How does that apply to something like ‘I Lie Awake Every Night’, a song which deals with very personal and real issues?
The revelatory thing is that it’s not hard to do. I guess it’s to occupy a space where you’re comfortable with the premise of saying these things. I’m a huge fan of Josh Tillman, and I genuinely loved watching the trajectory of him with the Father John Misty thing. That was really inspirational to me. It was like, “This is a person”. I remember Josh when he was making records under the J. Tillman thing and they were very sad, very angsty, and then I saw him with Fleet Foxes and he was hilarious, this super funny guy behind the drum kit, and I wondered where that was in the music.
Then you see the Father John Misty thing and it’s so self-possessed and fully formed, so clearly there was a moment where he was like: “Well, fuck this”. You’re not being real, you’re not doing the thing because you’re afraid, and you have this preordained idea in your head of what you should be. We ‘should’ be these sad musicians saying bad things, but we’re not putting anything real or tangible to it. That’s something that I felt, too. Once you flick a switch in your head and say: “Okay, I’m gonna say these things now”, and you commit to it and occupy its space; whether it’s developing a whole character in order to embody this idea, or whether it’s just like me and I’m like: “Well, fuck it, I’m just going to write these things down and I’m going to tell people what they’re about even though I don’t have to.”
Which ties directly into your overall approach on this record.
Part of the idea I had was to be honest properly for the first time and not in some pretentious high-minded way – just be fucking honest. Once I decided to do that, it was actually really easy, even with a song like ‘I Lie Awake Every Night’ where you’re drawn back to being younger and not fully formed as a person. These are things that I still carry with me, but it’s not hard to do. Sometimes it gets heavy singing them but that’s good, I want to be onstage every night in these moments, I want to feel that what I’m talking about is something real and tangible because I think that translates to the audience. People can sense when you’re singing something just for the sake of singing it, whereas now at this point in my life I need to sing things that actually mean something to me.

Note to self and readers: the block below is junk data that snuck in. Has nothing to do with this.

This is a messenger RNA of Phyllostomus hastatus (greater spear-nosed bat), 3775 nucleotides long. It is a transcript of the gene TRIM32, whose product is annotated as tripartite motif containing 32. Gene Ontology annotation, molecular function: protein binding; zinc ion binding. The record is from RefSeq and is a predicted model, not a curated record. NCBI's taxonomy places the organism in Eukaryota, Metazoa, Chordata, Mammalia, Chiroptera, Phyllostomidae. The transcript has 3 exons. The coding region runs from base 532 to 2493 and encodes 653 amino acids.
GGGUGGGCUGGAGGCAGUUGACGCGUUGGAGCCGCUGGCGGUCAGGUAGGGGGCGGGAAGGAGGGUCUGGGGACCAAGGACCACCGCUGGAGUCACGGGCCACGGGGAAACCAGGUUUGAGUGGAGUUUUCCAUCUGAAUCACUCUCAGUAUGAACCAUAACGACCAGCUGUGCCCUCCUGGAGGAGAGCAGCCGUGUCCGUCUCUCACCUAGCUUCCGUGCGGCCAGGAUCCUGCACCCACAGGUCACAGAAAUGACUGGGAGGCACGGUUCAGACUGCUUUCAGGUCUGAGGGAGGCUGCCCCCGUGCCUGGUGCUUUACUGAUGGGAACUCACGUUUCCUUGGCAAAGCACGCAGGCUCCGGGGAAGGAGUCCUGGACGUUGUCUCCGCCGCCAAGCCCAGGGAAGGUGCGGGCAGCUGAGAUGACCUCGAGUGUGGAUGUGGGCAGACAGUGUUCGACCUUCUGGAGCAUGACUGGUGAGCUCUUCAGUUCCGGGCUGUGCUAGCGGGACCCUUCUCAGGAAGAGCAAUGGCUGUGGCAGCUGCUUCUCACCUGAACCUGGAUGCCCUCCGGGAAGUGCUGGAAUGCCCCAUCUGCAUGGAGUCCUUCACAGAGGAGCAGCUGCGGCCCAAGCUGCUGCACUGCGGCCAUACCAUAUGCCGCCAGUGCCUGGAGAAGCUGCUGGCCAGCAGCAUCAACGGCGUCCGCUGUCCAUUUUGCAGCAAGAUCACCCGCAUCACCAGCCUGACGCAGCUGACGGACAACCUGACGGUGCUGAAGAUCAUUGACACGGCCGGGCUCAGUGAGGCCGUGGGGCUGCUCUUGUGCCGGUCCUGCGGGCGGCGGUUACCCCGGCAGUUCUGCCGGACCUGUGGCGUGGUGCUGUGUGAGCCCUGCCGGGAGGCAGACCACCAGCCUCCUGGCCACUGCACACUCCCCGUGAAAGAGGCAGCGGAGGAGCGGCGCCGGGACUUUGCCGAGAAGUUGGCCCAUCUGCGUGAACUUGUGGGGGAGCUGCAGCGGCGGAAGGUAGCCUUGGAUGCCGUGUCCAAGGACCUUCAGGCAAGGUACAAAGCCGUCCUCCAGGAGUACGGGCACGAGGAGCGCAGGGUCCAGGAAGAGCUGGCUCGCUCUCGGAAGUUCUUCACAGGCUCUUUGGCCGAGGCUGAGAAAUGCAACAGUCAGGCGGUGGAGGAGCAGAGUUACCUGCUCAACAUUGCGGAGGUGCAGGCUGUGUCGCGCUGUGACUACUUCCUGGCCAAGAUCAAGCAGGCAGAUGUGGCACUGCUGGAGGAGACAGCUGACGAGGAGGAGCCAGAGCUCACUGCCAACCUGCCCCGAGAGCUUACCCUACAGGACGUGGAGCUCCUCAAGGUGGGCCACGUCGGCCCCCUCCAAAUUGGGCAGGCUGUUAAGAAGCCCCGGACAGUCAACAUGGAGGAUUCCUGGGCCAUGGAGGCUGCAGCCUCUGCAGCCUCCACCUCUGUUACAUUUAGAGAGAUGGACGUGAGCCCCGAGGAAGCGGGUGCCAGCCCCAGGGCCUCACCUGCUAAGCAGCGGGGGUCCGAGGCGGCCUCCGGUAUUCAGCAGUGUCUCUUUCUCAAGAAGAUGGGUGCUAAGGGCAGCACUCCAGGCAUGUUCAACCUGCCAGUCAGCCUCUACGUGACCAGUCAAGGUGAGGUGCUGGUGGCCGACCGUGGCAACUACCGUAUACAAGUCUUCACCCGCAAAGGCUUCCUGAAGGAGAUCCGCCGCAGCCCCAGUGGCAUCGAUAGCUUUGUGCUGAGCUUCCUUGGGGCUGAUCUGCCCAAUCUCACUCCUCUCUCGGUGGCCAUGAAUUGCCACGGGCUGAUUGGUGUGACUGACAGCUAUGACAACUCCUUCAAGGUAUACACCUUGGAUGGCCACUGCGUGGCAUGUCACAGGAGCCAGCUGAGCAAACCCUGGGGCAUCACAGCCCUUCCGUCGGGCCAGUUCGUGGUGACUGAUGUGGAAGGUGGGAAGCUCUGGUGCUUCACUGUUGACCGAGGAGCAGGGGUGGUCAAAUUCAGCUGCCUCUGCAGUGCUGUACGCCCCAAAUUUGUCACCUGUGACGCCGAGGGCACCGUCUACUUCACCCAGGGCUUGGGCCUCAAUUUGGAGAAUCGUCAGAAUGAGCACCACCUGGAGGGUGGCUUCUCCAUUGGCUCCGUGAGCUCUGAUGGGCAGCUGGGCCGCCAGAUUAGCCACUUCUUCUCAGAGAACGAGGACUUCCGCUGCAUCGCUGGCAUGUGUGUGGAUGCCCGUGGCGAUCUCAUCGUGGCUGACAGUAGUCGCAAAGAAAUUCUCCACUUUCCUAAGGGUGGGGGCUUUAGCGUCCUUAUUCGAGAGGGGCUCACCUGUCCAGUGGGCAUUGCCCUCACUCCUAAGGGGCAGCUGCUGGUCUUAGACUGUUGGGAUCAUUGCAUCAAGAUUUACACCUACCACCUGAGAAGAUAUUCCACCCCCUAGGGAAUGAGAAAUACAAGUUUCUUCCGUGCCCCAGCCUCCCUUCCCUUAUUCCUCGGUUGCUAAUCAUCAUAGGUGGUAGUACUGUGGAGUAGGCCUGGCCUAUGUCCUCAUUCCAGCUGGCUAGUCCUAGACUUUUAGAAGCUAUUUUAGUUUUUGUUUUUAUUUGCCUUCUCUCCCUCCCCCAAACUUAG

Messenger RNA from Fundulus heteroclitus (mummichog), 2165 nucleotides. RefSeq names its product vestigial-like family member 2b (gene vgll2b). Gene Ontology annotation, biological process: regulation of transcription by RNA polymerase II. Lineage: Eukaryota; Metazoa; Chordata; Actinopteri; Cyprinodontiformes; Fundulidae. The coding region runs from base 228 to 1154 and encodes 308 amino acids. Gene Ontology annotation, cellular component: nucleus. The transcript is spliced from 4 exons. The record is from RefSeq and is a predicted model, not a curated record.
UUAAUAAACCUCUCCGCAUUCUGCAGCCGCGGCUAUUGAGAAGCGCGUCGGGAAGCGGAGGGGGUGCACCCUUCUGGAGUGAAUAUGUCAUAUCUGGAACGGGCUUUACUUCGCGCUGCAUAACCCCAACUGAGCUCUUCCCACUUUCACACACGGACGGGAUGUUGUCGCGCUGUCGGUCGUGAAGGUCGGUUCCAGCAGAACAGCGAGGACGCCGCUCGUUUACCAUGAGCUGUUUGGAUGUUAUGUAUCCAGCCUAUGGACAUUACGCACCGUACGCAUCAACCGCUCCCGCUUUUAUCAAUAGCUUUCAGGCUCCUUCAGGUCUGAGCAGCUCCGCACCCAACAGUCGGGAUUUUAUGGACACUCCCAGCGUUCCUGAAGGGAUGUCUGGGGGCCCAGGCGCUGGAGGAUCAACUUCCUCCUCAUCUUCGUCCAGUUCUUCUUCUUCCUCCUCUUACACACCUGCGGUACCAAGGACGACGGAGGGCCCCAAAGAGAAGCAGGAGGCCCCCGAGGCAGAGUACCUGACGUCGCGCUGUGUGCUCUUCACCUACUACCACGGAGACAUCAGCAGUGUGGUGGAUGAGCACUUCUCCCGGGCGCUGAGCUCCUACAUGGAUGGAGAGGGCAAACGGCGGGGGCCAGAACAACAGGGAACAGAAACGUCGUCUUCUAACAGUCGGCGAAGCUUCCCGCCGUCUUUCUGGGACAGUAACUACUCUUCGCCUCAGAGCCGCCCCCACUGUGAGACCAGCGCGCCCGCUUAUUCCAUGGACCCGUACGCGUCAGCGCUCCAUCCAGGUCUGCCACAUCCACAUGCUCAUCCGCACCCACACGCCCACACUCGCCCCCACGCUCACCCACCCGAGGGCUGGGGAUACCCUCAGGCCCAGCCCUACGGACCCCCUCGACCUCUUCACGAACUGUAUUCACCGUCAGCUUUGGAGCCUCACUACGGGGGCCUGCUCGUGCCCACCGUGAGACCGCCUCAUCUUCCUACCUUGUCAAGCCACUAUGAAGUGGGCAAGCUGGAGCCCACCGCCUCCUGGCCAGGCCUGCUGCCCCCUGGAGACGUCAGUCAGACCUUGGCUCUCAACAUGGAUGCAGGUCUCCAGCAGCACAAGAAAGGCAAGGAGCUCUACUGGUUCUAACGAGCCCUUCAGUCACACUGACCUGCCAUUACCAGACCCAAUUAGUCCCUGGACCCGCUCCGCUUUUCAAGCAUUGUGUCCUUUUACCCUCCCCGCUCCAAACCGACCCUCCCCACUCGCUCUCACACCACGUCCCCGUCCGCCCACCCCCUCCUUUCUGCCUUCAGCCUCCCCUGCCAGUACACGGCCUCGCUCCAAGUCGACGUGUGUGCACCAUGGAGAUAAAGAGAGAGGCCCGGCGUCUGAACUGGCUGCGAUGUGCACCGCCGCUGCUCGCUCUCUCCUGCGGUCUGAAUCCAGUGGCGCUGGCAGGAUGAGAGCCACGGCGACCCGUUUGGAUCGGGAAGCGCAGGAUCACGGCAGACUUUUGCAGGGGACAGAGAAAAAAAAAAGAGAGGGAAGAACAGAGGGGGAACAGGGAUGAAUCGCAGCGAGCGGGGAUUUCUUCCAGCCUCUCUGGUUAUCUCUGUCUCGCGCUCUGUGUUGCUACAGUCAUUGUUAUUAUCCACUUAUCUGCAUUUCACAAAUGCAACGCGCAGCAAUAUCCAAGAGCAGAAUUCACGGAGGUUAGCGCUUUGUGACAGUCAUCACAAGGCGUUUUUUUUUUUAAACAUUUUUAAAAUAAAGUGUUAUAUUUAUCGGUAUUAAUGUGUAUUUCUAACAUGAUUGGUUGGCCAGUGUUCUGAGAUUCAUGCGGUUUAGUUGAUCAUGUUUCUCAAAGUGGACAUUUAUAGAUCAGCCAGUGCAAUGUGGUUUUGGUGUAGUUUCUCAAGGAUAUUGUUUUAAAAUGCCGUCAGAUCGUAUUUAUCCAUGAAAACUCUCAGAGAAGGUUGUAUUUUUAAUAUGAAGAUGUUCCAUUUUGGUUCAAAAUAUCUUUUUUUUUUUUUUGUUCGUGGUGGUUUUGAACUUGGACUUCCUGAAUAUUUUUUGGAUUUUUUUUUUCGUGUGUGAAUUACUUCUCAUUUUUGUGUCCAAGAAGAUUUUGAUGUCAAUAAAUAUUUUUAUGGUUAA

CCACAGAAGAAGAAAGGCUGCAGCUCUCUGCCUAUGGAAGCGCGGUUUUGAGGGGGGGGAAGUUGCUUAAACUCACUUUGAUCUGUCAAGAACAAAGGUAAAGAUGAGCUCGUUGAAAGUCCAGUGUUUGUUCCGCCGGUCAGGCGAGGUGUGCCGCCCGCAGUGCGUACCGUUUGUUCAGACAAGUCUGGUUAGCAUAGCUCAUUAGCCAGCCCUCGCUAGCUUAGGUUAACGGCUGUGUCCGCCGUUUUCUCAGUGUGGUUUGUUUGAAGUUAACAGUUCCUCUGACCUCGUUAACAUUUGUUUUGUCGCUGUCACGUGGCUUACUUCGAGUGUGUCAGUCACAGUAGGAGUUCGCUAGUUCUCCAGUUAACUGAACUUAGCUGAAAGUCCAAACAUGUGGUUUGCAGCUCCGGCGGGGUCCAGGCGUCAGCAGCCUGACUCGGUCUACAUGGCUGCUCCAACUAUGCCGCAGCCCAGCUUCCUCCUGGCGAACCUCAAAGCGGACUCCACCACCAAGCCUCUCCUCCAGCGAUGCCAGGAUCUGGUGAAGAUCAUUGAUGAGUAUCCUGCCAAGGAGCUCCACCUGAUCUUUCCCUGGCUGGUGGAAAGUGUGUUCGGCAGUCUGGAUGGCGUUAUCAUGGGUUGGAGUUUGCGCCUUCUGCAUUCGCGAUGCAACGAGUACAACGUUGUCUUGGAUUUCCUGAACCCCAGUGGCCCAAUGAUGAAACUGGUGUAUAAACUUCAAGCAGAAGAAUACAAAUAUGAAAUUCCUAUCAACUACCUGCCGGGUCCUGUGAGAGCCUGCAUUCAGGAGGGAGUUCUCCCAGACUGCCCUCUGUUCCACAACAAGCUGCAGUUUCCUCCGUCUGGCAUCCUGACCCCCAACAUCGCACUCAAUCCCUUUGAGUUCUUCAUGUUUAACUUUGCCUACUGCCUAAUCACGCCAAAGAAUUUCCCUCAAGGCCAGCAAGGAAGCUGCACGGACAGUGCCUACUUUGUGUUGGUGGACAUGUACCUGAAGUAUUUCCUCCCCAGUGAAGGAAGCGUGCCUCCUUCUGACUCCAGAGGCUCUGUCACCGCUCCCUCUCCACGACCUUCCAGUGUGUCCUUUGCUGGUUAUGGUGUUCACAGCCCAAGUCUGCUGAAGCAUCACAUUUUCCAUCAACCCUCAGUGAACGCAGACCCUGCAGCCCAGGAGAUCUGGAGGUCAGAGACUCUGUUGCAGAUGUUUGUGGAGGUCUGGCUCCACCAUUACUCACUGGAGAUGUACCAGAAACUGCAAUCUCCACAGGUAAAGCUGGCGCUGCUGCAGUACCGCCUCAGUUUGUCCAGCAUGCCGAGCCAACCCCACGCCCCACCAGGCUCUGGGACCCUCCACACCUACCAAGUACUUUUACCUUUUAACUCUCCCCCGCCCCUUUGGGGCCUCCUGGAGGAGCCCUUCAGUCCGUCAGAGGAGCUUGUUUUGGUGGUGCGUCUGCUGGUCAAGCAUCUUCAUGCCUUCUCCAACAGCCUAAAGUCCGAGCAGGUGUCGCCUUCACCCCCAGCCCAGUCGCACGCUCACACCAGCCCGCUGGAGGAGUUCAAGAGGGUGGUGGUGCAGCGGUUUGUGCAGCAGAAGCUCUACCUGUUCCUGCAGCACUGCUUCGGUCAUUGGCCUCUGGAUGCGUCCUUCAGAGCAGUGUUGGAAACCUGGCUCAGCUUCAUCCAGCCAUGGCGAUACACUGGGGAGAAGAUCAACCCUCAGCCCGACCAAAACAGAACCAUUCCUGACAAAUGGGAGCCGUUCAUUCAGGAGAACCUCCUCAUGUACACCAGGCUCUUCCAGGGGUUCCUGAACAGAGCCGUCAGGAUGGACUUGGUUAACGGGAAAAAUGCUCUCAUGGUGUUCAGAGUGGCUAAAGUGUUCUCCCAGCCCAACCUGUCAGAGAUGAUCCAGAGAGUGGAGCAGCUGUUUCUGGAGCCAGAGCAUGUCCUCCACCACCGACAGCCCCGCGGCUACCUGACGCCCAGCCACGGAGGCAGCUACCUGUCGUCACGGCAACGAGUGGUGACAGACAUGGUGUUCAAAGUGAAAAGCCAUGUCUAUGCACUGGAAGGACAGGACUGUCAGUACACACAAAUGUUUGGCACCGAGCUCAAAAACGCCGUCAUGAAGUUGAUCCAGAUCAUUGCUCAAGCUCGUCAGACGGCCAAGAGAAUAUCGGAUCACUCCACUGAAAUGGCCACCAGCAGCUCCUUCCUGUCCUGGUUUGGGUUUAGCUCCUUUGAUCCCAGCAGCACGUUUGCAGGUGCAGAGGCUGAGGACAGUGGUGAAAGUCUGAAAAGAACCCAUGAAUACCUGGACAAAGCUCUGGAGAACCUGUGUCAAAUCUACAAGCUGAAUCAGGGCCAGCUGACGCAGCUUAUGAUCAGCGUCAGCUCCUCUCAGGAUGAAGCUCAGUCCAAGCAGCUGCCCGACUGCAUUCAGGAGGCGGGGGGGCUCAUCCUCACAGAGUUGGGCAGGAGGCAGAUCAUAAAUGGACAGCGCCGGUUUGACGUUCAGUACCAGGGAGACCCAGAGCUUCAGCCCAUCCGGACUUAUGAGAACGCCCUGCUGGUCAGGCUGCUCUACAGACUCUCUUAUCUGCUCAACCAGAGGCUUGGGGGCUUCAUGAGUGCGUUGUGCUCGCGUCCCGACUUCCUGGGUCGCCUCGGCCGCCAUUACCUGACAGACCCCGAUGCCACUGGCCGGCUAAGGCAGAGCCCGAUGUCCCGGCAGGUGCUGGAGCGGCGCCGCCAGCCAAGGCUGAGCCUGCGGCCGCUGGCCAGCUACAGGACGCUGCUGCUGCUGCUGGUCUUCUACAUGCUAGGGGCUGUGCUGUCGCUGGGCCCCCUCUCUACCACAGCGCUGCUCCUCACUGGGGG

You worked with some interesting people here, some of whom pushed you to really strip things back. Was it difficult to apply that restraint?
It was a little jarring to begin with. Say when you write something and you’re incredibly into the idea and you pass it off to an editor and the editor sends you back something littered with liner notes with red ink all over it… that’s a hard thing to deal with because you believe in every single thing that you do. So the idea of somebody with a cold, clinical eye going: “Nope, nope, nope, that’s flowery, that’s ridiculous, you can’t say that, you need to change this…”, it’s hard to hear.
I spent a year constructing these songs and trying to make something that I was excited by and I felt like I had this thing and I was excited for them to be involved and for their input but I really wasn’t prepared for how much they would change up the songs in some cases. Everybody was coming from a different aesthetic standpoint and their own working models. ‘85 has become who he has become working in the OVO camp, being around people like 40 who are very minimalist and very much into doing the most by saying the least.